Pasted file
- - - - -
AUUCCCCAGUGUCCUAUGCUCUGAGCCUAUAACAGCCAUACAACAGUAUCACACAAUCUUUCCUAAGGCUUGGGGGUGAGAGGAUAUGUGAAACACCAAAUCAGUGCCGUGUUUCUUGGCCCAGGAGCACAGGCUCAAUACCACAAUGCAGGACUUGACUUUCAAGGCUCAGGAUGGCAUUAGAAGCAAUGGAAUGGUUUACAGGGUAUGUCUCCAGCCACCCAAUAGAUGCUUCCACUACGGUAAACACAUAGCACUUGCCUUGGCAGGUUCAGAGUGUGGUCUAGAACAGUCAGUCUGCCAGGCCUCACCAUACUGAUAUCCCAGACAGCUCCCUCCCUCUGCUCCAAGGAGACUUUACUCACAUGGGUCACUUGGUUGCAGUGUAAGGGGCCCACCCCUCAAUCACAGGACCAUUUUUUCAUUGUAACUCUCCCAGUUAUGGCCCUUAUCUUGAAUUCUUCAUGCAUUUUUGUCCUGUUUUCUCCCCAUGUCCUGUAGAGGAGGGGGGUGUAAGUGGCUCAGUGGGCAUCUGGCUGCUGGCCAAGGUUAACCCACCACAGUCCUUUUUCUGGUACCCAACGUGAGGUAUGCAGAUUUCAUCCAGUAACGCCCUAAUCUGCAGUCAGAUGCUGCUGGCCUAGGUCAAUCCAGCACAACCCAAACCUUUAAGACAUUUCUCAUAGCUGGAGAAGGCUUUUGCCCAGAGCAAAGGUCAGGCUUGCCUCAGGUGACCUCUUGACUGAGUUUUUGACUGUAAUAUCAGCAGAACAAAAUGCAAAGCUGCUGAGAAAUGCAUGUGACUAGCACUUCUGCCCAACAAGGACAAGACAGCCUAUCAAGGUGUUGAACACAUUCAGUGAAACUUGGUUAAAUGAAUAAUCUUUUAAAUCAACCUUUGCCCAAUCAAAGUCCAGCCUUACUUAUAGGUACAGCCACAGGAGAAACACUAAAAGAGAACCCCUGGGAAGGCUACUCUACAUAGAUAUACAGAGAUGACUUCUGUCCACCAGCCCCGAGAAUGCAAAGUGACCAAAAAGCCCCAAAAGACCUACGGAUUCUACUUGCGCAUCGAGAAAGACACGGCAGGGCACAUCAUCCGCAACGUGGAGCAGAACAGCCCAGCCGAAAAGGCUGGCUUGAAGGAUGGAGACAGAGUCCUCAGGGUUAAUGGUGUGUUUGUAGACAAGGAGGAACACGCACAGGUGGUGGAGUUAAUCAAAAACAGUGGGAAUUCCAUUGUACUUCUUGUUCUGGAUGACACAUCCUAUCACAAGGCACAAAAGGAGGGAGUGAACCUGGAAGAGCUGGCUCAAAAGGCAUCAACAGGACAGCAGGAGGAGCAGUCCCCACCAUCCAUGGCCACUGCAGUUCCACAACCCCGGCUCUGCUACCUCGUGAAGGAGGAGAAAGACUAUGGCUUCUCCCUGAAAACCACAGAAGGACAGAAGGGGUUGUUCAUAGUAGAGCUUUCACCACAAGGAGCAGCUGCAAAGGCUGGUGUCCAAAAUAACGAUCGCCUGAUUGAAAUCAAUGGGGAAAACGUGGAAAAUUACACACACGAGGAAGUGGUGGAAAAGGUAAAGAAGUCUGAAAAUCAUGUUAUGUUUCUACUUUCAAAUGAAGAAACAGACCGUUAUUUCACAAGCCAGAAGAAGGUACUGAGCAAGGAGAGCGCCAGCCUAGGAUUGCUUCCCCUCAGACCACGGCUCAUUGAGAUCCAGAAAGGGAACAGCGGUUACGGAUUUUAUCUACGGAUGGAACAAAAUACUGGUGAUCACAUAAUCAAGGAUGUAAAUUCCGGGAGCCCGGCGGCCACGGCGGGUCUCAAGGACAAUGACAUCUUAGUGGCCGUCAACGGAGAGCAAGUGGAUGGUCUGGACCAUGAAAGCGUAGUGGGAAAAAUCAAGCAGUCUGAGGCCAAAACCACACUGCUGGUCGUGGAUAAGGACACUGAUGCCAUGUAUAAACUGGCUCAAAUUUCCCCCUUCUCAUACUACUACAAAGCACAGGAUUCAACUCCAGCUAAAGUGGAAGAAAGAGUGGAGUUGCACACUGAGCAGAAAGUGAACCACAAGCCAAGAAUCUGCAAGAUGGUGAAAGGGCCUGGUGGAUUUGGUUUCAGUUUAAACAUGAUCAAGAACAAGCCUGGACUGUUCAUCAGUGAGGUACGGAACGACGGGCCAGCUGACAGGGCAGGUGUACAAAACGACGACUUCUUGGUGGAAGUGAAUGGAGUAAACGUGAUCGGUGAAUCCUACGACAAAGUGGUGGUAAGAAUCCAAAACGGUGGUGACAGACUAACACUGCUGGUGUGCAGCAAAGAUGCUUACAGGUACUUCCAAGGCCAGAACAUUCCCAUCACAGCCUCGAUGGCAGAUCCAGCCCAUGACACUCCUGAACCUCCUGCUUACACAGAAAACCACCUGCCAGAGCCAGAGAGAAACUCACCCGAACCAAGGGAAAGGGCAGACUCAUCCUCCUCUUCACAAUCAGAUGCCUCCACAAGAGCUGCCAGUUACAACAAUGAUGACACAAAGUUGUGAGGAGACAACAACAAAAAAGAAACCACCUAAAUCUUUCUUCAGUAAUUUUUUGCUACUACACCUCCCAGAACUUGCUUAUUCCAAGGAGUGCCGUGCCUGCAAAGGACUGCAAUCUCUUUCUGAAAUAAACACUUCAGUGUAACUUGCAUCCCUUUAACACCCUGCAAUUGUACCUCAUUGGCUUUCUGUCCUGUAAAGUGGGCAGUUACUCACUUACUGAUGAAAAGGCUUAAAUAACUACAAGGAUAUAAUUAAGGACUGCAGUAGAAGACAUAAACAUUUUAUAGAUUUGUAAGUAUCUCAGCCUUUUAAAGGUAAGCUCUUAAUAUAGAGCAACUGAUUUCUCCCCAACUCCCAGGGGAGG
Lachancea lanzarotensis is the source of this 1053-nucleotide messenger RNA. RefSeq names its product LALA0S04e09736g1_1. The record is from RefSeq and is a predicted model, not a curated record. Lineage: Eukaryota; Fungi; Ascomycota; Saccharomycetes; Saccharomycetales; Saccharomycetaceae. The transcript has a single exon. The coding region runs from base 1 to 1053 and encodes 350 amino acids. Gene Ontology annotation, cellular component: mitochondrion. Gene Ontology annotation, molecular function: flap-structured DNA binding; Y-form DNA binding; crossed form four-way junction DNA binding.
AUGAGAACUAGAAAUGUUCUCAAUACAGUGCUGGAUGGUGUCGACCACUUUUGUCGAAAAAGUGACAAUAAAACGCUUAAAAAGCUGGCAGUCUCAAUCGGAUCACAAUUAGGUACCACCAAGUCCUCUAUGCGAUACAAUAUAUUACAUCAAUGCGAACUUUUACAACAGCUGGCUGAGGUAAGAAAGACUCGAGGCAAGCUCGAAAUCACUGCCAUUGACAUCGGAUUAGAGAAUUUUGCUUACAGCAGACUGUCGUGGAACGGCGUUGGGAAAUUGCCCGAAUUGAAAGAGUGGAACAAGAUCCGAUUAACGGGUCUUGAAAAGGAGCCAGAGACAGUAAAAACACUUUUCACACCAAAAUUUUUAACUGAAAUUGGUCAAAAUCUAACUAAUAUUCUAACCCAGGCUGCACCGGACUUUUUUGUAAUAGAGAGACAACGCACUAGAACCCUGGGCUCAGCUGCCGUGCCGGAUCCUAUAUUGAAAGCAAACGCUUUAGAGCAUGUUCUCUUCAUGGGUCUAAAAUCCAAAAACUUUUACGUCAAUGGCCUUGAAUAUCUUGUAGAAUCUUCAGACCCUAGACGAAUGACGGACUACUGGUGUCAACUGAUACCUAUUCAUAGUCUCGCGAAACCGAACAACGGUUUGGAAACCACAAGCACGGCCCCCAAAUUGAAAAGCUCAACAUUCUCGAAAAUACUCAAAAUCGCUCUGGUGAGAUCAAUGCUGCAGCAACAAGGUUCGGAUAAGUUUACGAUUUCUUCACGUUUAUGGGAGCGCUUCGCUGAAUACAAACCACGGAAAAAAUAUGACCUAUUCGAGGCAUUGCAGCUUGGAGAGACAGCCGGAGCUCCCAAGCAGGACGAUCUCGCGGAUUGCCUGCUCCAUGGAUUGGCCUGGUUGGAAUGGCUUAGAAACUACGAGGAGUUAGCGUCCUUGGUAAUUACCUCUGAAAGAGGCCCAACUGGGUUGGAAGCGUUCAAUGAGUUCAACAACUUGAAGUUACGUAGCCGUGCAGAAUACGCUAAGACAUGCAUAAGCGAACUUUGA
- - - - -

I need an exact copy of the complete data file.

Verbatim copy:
AUUCCCCAGUGUCCUAUGCUCUGAGCCUAUAACAGCCAUACAACAGUAUCACACAAUCUUUCCUAAGGCUUGGGGGUGAGAGGAUAUGUGAAACACCAAAUCAGUGCCGUGUUUCUUGGCCCAGGAGCACAGGCUCAAUACCACAAUGCAGGACUUGACUUUCAAGGCUCAGGAUGGCAUUAGAAGCAAUGGAAUGGUUUACAGGGUAUGUCUCCAGCCACCCAAUAGAUGCUUCCACUACGGUAAACACAUAGCACUUGCCUUGGCAGGUUCAGAGUGUGGUCUAGAACAGUCAGUCUGCCAGGCCUCACCAUACUGAUAUCCCAGACAGCUCCCUCCCUCUGCUCCAAGGAGACUUUACUCACAUGGGUCACUUGGUUGCAGUGUAAGGGGCCCACCCCUCAAUCACAGGACCAUUUUUUCAUUGUAACUCUCCCAGUUAUGGCCCUUAUCUUGAAUUCUUCAUGCAUUUUUGUCCUGUUUUCUCCCCAUGUCCUGUAGAGGAGGGGGGUGUAAGUGGCUCAGUGGGCAUCUGGCUGCUGGCCAAGGUUAACCCACCACAGUCCUUUUUCUGGUACCCAACGUGAGGUAUGCAGAUUUCAUCCAGUAACGCCCUAAUCUGCAGUCAGAUGCUGCUGGCCUAGGUCAAUCCAGCACAACCCAAACCUUUAAGACAUUUCUCAUAGCUGGAGAAGGCUUUUGCCCAGAGCAAAGGUCAGGCUUGCCUCAGGUGACCUCUUGACUGAGUUUUUGACUGUAAUAUCAGCAGAACAAAAUGCAAAGCUGCUGAGAAAUGCAUGUGACUAGCACUUCUGCCCAACAAGGACAAGACAGCCUAUCAAGGUGUUGAACACAUUCAGUGAAACUUGGUUAAAUGAAUAAUCUUUUAAAUCAACCUUUGCCCAAUCAAAGUCCAGCCUUACUUAUAGGUACAGCCACAGGAGAAACACUAAAAGAGAACCCCUGGGAAGGCUACUCUACAUAGAUAUACAGAGAUGACUUCUGUCCACCAGCCCCGAGAAUGCAAAGUGACCAAAAAGCCCCAAAAGACCUACGGAUUCUACUUGCGCAUCGAGAAAGACACGGCAGGGCACAUCAUCCGCAACGUGGAGCAGAACAGCCCAGCCGAAAAGGCUGGCUUGAAGGAUGGAGACAGAGUCCUCAGGGUUAAUGGUGUGUUUGUAGACAAGGAGGAACACGCACAGGUGGUGGAGUUAAUCAAAAACAGUGGGAAUUCCAUUGUACUUCUUGUUCUGGAUGACACAUCCUAUCACAAGGCACAAAAGGAGGGAGUGAACCUGGAAGAGCUGGCUCAAAAGGCAUCAACAGGACAGCAGGAGGAGCAGUCCCCACCAUCCAUGGCCACUGCAGUUCCACAACCCCGGCUCUGCUACCUCGUGAAGGAGGAGAAAGACUAUGGCUUCUCCCUGAAAACCACAGAAGGACAGAAGGGGUUGUUCAUAGUAGAGCUUUCACCACAAGGAGCAGCUGCAAAGGCUGGUGUCCAAAAUAACGAUCGCCUGAUUGAAAUCAAUGGGGAAAACGUGGAAAAUUACACACACGAGGAAGUGGUGGAAAAGGUAAAGAAGUCUGAAAAUCAUGUUAUGUUUCUACUUUCAAAUGAAGAAACAGACCGUUAUUUCACAAGCCAGAAGAAGGUACUGAGCAAGGAGAGCGCCAGCCUAGGAUUGCUUCCCCUCAGACCACGGCUCAUUGAGAUCCAGAAAGGGAACAGCGGUUACGGAUUUUAUCUACGGAUGGAACAAAAUACUGGUGAUCACAUAAUCAAGGAUGUAAAUUCCGGGAGCCCGGCGGCCACGGCGGGUCUCAAGGACAAUGACAUCUUAGUGGCCGUCAACGGAGAGCAAGUGGAUGGUCUGGACCAUGAAAGCGUAGUGGGAAAAAUCAAGCAGUCUGAGGCCAAAACCACACUGCUGGUCGUGGAUAAGGACACUGAUGCCAUGUAUAAACUGGCUCAAAUUUCCCCCUUCUCAUACUACUACAAAGCACAGGAUUCAACUCCAGCUAAAGUGGAAGAAAGAGUGGAGUUGCACACUGAGCAGAAAGUGAACCACAAGCCAAGAAUCUGCAAGAUGGUGAAAGGGCCUGGUGGAUUUGGUUUCAGUUUAAACAUGAUCAAGAACAAGCCUGGACUGUUCAUCAGUGAGGUACGGAACGACGGGCCAGCUGACAGGGCAGGUGUACAAAACGACGACUUCUUGGUGGAAGUGAAUGGAGUAAACGUGAUCGGUGAAUCCUACGACAAAGUGGUGGUAAGAAUCCAAAACGGUGGUGACAGACUAACACUGCUGGUGUGCAGCAAAGAUGCUUACAGGUACUUCCAAGGCCAGAACAUUCCCAUCACAGCCUCGAUGGCAGAUCCAGCCCAUGACACUCCUGAACCUCCUGCUUACACAGAAAACCACCUGCCAGAGCCAGAGAGAAACUCACCCGAACCAAGGGAAAGGGCAGACUCAUCCUCCUCUUCACAAUCAGAUGCCUCCACAAGAGCUGCCAGUUACAACAAUGAUGACACAAAGUUGUGAGGAGACAACAACAAAAAAGAAACCACCUAAAUCUUUCUUCAGUAAUUUUUUGCUACUACACCUCCCAGAACUUGCUUAUUCCAAGGAGUGCCGUGCCUGCAAAGGACUGCAAUCUCUUUCUGAAAUAAACACUUCAGUGUAACUUGCAUCCCUUUAACACCCUGCAAUUGUACCUCAUUGGCUUUCUGUCCUGUAAAGUGGGCAGUUACUCACUUACUGAUGAAAAGGCUUAAAUAACUACAAGGAUAUAAUUAAGGACUGCAGUAGAAGACAUAAACAUUUUAUAGAUUUGUAAGUAUCUCAGCCUUUUAAAGGUAAGCUCUUAAUAUAGAGCAACUGAUUUCUCCCCAACUCCCAGGGGAGG
Lachancea lanzarotensis is the source of this 1053-nucleotide messenger RNA. RefSeq names its product LALA0S04e09736g1_1. The record is from RefSeq and is a predicted model, not a curated record. Lineage: Eukaryota; Fungi; Ascomycota; Saccharomycetes; Saccharomycetales; Saccharomycetaceae. The transcript has a single exon. The coding region runs from base 1 to 1053 and encodes 350 amino acids. Gene Ontology annotation, cellular component: mitochondrion. Gene Ontology annotation, molecular function: flap-structured DNA binding; Y-form DNA binding; crossed form four-way junction DNA binding.
AUGAGAACUAGAAAUGUUCUCAAUACAGUGCUGGAUGGUGUCGACCACUUUUGUCGAAAAAGUGACAAUAAAACGCUUAAAAAGCUGGCAGUCUCAAUCGGAUCACAAUUAGGUACCACCAAGUCCUCUAUGCGAUACAAUAUAUUACAUCAAUGCGAACUUUUACAACAGCUGGCUGAGGUAAGAAAGACUCGAGGCAAGCUCGAAAUCACUGCCAUUGACAUCGGAUUAGAGAAUUUUGCUUACAGCAGACUGUCGUGGAACGGCGUUGGGAAAUUGCCCGAAUUGAAAGAGUGGAACAAGAUCCGAUUAACGGGUCUUGAAAAGGAGCCAGAGACAGUAAAAACACUUUUCACACCAAAAUUUUUAACUGAAAUUGGUCAAAAUCUAACUAAUAUUCUAACCCAGGCUGCACCGGACUUUUUUGUAAUAGAGAGACAACGCACUAGAACCCUGGGCUCAGCUGCCGUGCCGGAUCCUAUAUUGAAAGCAAACGCUUUAGAGCAUGUUCUCUUCAUGGGUCUAAAAUCCAAAAACUUUUACGUCAAUGGCCUUGAAUAUCUUGUAGAAUCUUCAGACCCUAGACGAAUGACGGACUACUGGUGUCAACUGAUACCUAUUCAUAGUCUCGCGAAACCGAACAACGGUUUGGAAACCACAAGCACGGCCCCCAAAUUGAAAAGCUCAACAUUCUCGAAAAUACUCAAAAUCGCUCUGGUGAGAUCAAUGCUGCAGCAACAAGGUUCGGAUAAGUUUACGAUUUCUUCACGUUUAUGGGAGCGCUUCGCUGAAUACAAACCACGGAAAAAAUAUGACCUAUUCGAGGCAUUGCAGCUUGGAGAGACAGCCGGAGCUCCCAAGCAGGACGAUCUCGCGGAUUGCCUGCUCCAUGGAUUGGCCUGGUUGGAAUGGCUUAGAAACUACGAGGAGUUAGCGUCCUUGGUAAUUACCUCUGAAAGAGGCCCAACUGGGUUGGAAGCGUUCAAUGAGUUCAACAACUUGAAGUUACGUAGCCGUGCAGAAUACGCUAAGACAUGCAUAAGCGAACUUUGA